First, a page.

Hubert Julian was born in Port of Spain, Trinidad, in 1897, the son of a cocoa plantation manager. He migrated to Canada in 1914, where he claimed to have learned to pilot an aeroplane and served as a Lieutenant in the Royal Canadian Air Force. In 1921 he patented the “Airplane Safety Appliance,” a combination parachute and propeller.
Hubert Julian emigrated from Montreal to Harlem in 1921. His first flight above Harlem occurred during the 1922 Universal Negro Improvement Association Convention, when he flew over the parade in a plane decorated with UNIA slogans. That flight led to his appointment as head of the organization’s new Aeronautical Department. He made his first parachute jump on September 3, 1922, at an airshow at Curtiss Field on Long Island headlined by black pilot Bessie Coleman. Several more jumps followed in the next year, at Curtiss Field and at Hasbrouck Heights, New Jersey. During one jump in New Jersey in June 1923, Julian played “I’m Running Wild” on the saxophone.
Julian’s most famous parachute jumps were into Harlem itself. On April 29, 1923, Julian flew from an airfield in Hasbrouck Heights to Harlem, circled City College, dropping two noise bombs to attract residents’ attention. He then leaped from the plane, dressed in a bright red suit; the wind carried him away from his target, a vacant lot on 140th Street near Seventh Avenue, to the roof of a tenement at 301 West 140th Street. A large crowd followed him, and, after a police officer charged him with disorderly conduct, they carried Julian to the UNIA’s Liberty Hall. Addressing the crowd, he spoke about aviation, promoted a parachute he had designed, and urged them to support A. I. Hart, a black-owned department store under threat from white competition. On November 5, 1923, Julian again flew to Harlem, planning to parachute into Saint Nicholas Park. On this occasion, wind carried him instead to the police station on West 123rd Street, as a huge crowd followed. After he became stuck between the station and the next building, two officers pulled him into the second floor.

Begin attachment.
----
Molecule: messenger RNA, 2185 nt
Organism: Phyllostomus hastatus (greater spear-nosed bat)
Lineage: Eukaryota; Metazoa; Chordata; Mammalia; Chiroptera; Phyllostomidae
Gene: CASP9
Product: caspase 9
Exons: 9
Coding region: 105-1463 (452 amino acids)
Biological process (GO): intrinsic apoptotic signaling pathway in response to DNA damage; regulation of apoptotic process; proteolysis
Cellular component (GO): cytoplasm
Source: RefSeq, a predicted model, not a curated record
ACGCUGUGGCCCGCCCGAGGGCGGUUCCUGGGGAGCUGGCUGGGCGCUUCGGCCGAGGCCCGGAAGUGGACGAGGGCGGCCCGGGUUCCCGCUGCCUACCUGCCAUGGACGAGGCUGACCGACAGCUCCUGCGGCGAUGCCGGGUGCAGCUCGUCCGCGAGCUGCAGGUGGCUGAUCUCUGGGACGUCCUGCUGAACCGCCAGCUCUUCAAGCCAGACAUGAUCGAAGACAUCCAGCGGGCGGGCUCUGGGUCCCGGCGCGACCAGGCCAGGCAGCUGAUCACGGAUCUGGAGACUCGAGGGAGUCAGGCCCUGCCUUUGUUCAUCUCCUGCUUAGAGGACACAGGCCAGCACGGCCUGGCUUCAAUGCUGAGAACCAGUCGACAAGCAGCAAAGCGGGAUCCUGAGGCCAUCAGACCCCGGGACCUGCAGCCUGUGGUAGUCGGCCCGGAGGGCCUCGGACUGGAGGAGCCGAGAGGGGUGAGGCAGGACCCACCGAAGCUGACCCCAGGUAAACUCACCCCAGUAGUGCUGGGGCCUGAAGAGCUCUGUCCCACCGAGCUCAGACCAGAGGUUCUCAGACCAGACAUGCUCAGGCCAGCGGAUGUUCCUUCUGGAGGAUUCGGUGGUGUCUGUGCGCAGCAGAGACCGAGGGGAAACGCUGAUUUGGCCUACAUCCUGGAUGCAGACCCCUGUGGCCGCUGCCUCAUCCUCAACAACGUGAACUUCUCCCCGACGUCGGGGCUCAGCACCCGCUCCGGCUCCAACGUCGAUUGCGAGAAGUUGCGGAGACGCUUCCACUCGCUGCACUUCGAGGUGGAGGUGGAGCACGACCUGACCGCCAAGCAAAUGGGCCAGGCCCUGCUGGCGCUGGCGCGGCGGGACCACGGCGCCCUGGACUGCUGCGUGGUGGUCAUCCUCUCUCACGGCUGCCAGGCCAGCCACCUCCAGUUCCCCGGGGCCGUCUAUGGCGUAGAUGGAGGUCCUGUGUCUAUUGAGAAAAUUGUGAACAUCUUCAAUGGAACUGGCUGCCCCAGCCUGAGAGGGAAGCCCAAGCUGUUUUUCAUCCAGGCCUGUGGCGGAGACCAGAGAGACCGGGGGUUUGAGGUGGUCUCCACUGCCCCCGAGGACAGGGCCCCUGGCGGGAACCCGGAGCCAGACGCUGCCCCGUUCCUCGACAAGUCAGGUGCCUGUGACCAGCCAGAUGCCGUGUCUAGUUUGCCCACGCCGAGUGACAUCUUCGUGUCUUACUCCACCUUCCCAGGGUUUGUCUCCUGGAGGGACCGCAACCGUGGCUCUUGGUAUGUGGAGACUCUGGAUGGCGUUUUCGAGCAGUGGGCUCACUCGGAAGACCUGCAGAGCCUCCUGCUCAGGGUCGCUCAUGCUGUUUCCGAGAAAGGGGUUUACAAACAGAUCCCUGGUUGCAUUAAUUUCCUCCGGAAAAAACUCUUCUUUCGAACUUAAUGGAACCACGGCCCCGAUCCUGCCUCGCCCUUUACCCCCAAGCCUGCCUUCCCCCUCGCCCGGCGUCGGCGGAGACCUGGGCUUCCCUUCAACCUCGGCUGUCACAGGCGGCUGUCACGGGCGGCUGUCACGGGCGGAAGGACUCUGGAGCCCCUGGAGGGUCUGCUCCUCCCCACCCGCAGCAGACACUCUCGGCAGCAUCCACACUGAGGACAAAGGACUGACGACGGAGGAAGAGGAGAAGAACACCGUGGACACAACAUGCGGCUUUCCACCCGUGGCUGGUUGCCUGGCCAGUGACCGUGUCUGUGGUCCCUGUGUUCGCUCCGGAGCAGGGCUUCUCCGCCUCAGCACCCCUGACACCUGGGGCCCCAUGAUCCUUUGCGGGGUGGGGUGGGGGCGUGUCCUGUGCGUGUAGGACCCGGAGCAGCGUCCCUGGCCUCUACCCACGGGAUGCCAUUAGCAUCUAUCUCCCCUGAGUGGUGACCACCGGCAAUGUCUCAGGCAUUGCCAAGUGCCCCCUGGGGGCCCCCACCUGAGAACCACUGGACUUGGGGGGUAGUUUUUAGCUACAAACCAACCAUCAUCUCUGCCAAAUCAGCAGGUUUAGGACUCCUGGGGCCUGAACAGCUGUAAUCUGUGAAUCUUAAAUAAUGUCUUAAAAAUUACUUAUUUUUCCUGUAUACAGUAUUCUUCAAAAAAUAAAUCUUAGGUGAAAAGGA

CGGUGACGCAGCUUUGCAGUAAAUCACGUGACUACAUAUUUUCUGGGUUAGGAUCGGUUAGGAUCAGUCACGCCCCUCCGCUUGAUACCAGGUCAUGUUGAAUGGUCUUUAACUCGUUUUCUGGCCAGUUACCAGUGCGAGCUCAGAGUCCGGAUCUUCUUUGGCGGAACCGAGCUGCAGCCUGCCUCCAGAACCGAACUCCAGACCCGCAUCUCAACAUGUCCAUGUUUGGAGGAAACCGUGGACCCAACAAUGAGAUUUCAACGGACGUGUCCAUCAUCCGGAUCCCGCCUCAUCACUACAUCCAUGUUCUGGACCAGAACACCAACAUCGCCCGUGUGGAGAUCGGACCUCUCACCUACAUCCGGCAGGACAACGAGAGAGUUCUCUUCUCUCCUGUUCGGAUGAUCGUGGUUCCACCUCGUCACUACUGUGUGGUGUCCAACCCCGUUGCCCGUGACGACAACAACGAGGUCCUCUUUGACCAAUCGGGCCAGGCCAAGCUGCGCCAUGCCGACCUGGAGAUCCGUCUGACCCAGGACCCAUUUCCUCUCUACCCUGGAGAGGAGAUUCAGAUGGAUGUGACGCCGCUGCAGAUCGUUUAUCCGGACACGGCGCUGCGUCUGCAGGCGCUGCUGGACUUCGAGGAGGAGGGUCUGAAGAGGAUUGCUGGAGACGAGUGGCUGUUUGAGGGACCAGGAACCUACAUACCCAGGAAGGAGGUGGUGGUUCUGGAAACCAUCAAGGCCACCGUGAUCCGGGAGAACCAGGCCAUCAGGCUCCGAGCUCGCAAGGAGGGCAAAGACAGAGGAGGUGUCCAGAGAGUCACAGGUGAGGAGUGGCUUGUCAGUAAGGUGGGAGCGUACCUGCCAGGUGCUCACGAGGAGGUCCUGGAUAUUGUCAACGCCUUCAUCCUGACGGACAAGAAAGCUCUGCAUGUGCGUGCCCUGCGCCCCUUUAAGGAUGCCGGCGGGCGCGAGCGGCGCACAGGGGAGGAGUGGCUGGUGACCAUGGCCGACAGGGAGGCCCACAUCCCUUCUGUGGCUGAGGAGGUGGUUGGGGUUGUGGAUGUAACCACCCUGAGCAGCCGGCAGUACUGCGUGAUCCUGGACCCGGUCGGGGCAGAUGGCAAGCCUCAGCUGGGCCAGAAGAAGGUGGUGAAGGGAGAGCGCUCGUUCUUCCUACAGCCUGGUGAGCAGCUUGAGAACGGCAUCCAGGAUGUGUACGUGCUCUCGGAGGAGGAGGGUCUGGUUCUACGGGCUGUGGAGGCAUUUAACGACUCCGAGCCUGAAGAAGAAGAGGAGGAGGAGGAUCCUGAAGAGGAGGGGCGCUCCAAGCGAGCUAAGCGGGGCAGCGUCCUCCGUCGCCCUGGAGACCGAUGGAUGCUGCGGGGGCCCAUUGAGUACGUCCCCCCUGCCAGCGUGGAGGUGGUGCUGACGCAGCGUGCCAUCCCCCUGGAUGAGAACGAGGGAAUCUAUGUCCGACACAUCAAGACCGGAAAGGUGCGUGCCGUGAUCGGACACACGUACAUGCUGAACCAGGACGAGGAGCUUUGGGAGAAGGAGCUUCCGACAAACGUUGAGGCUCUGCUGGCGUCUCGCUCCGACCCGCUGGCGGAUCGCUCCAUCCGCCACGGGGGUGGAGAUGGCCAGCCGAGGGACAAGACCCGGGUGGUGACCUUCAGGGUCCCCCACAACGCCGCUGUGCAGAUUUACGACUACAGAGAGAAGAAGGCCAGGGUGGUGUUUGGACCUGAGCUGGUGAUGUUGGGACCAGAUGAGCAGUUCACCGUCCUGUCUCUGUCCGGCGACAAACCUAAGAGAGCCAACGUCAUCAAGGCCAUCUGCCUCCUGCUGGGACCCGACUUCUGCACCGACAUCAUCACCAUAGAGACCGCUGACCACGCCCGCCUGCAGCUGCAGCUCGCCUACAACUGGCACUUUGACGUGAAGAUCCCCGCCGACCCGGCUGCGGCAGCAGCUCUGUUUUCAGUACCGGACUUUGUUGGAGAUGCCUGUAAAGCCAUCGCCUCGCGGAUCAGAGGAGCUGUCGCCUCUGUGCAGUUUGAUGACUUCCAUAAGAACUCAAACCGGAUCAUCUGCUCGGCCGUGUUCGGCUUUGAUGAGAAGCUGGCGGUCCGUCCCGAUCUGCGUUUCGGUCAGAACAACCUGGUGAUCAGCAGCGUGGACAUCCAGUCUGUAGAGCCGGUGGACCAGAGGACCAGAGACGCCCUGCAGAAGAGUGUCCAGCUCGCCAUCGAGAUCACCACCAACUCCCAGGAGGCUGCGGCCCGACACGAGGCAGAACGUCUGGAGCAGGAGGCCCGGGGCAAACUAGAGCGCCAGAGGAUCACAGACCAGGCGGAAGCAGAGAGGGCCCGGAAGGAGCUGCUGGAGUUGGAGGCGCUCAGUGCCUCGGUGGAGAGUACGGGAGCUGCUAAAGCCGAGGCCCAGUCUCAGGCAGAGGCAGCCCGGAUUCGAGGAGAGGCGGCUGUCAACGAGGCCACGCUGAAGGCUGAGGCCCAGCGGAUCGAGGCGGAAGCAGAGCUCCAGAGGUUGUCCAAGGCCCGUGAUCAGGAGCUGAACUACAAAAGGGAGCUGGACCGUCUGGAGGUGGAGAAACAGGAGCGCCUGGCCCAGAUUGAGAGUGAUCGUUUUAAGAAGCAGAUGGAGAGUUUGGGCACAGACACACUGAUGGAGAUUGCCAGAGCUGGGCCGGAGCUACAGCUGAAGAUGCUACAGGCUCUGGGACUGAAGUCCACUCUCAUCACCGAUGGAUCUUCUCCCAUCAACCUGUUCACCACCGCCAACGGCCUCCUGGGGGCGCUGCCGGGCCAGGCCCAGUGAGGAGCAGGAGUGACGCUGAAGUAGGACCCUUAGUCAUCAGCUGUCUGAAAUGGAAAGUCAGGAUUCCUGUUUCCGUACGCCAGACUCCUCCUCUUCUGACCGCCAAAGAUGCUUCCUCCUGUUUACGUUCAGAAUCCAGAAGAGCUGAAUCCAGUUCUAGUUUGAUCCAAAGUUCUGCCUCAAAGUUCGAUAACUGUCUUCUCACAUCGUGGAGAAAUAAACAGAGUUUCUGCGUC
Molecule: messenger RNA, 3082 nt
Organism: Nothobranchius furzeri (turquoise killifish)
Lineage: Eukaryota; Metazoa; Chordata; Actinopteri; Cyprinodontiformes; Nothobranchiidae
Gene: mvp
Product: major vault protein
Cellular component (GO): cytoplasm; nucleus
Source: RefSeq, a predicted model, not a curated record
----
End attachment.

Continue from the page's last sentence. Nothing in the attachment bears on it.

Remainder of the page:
In 1924, Julian shifted his focus from parachuting to piloting aeroplanes and raised funds to buy a seaplane for a transatlantic flight from New York to Liberia. He named the plane Ethiopia I, decorated its tail with the red, black and green colors of the UNIA. On July 4, 1924, a crowd of thousands gathered on the banks of the Harlem River at 139th Street to see Julian depart. His take-off was delayed for several hours when the owners of the plane appeared and declared Julian still owed them $1,400. His supporters, with the help of UNIA members, eventually collected the money from the crowd. However, soon after Julian took off, one of the pontoons fell off the plane, and it crashed into Flushing Bay.
Julian twice more attempted to raise money to buy planes for flights across the Atlantic. In 1926, he planned a flight to Liberia with backing from a West Indian subsidiary of Standard Oil, boxer Tiger Flowers, and Elks Lodges, but it never took place. In 1928, Julian sought funds for a plane to make a round trip flight to Paris. This flight had the backing of State Senator A. Spencer Feld, but the response proved disappointing, and Feld abandoned the effort after six months.